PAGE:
Learn Music and Audio Production | iZotope Tips and Tutorials

Removing Audio Hum with iZotope RX

January 20, 2005

Repair and restore your audio:

RX 8

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Hum is often caused by lack of proper electrical ground. For this problem, we’ll use multiple modules in a particular order to mitigate it. The De-hum module in iZotope’s RX noise reduction software includes a series of notch filters that can be set to remove both the base frequency of the hum (usually 50 or 60 Hz), as well as harmonics that may have resulted. Then we can use the Spectral De-noise module to address additional buzz above those harmonics.


Here is an example of dialogue track with the significant 60 cycle hum in the background, as well as harmonics and buzz extending far above the fundamental.

Steps in RX Audio Editor:

  1. Open the audio file in the RX Audio Editor or send it via RX Connect.
  2. Select the region with the hum present and open the De-hum module [Shift +3].
  3. Click Learn to determine the noise profile of the Hum, or choose a preset from the menu if it is a traditional 50 or 60 cycle hum. For this example, we’ll choose the preset 60 Hz Wide Reduce.
  4. Click Process to apply the De-Hum process.
  5. You’ll notice this removes the fundamental, but a noticeable buzz still remains. For this, we’ll open the De-noise module [Shift+4].
  6. Click the Spectral tab, and select Manual mode.
  7. Now select a passage in the audio that contains just the isolated buzz without the dialogue and click Learn to extract the noise profile of the buzz.
  8. Now select the entire region where the buzz is present.
  9. Check the box marked Output Noise Only and click Preview. Raise the Reduction slider until you begin to hear tonal components of the voice and then reduce the value slightly from there. For this example, we found a reduction setting of 16.5 worked well.
  10. Uncheck the Output Noise Only box.
  11. Click Preview again to check the quality of the processing while listening to the dialogue.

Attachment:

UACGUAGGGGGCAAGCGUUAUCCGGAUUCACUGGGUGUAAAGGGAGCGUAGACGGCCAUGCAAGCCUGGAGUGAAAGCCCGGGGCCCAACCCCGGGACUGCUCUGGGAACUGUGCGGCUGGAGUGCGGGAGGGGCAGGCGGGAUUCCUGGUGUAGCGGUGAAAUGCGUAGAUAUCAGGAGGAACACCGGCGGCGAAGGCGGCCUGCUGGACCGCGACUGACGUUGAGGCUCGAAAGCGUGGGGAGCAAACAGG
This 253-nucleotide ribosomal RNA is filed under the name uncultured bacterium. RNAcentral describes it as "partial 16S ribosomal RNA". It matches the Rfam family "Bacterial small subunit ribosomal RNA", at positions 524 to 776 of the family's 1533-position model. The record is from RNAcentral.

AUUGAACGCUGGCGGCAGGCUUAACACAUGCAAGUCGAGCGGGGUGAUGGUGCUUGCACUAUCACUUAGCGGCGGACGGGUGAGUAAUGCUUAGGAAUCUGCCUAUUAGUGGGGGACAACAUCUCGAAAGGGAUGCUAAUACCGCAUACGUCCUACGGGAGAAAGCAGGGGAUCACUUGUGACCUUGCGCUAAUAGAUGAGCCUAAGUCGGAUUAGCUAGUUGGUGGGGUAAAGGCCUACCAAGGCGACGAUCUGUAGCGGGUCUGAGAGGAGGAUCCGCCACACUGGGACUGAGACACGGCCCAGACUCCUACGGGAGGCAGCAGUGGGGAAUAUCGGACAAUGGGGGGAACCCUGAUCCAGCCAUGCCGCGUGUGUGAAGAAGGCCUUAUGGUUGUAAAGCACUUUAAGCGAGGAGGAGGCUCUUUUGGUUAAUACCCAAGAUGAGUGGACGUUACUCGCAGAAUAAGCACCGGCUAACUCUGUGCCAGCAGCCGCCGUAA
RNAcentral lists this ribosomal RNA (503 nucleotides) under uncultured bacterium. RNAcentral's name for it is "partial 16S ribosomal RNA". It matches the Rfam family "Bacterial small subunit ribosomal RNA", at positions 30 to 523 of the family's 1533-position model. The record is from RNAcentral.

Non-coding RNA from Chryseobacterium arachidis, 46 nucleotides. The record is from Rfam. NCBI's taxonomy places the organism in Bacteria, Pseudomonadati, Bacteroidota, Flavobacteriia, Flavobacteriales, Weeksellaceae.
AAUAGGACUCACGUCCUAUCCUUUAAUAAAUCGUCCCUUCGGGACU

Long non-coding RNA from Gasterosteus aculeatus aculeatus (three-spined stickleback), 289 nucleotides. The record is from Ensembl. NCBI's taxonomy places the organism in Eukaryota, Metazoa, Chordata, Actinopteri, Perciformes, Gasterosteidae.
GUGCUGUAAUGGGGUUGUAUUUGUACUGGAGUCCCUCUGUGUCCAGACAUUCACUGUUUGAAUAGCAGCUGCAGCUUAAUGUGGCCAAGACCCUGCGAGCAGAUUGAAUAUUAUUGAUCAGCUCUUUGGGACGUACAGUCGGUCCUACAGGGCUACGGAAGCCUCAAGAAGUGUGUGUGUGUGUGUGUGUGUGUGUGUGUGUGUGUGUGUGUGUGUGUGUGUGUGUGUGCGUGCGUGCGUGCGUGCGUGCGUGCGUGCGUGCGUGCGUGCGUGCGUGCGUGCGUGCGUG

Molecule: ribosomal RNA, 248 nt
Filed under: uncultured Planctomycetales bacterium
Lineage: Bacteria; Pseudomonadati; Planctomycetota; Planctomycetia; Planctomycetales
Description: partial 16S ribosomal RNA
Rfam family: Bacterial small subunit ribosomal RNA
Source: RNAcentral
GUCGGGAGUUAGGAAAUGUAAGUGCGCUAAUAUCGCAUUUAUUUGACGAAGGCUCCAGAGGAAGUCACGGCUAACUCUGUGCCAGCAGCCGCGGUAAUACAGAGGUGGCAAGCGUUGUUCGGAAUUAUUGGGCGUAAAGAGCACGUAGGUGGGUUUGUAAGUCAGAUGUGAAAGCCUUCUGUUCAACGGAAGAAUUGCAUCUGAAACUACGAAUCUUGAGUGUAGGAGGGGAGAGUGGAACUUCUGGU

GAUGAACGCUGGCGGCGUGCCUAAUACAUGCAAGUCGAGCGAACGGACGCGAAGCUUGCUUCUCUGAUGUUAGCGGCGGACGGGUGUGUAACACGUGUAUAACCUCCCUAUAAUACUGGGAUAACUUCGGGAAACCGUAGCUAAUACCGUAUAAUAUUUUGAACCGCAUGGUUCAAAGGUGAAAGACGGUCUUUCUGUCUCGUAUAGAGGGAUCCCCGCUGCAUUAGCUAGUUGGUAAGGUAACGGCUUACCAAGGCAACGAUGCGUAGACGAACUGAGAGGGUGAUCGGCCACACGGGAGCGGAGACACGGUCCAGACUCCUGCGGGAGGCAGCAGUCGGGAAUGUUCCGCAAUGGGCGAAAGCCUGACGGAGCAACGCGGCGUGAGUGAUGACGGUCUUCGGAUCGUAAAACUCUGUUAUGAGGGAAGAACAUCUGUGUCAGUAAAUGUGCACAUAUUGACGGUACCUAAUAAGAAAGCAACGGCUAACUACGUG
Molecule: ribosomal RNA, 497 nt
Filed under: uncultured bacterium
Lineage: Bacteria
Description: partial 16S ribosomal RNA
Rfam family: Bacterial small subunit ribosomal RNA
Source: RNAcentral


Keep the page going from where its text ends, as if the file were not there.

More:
12. When you have the desired settings dialed in, click Process.


  • If the hum changes pitch. Use Adaptive mode when the pitch of the hum is variable, and themodule will automatically adjust to each pitch.
  • Adjust the harmonic slope. Use the Slope control to adjust the amount of harmonic reduction above the fundamental pitch. Beware of ringing filters, and see the tip below if the harmonics overlap with the dialogue.
  • Add a High-Pass Filter. Any additional energy below 100 Hz could likely be removed without drastically affecting the dialogue and help to clean up any remaining hum and room rumble. TheDe-hum module has a HPF built right in just for this purpose and also a LPF to help mitigate buzz issues at very high frequencies.
  • If you hear ringing. When the notch filters of De-hum module overlap with the useful frequencies of the dialogue, some echoes or ringing can appear. Narrower notch filters (with higher Q) in these overlapping frequency ranges will create more ringing. With this in mind, when hum or buzz heavily overlaps with the useful signal's frequency range, try removing just the fundamental with the De-hum tool, and then use multiple light passes of the Spectral De-noise tool for reducing the associated harmonics and buzz.
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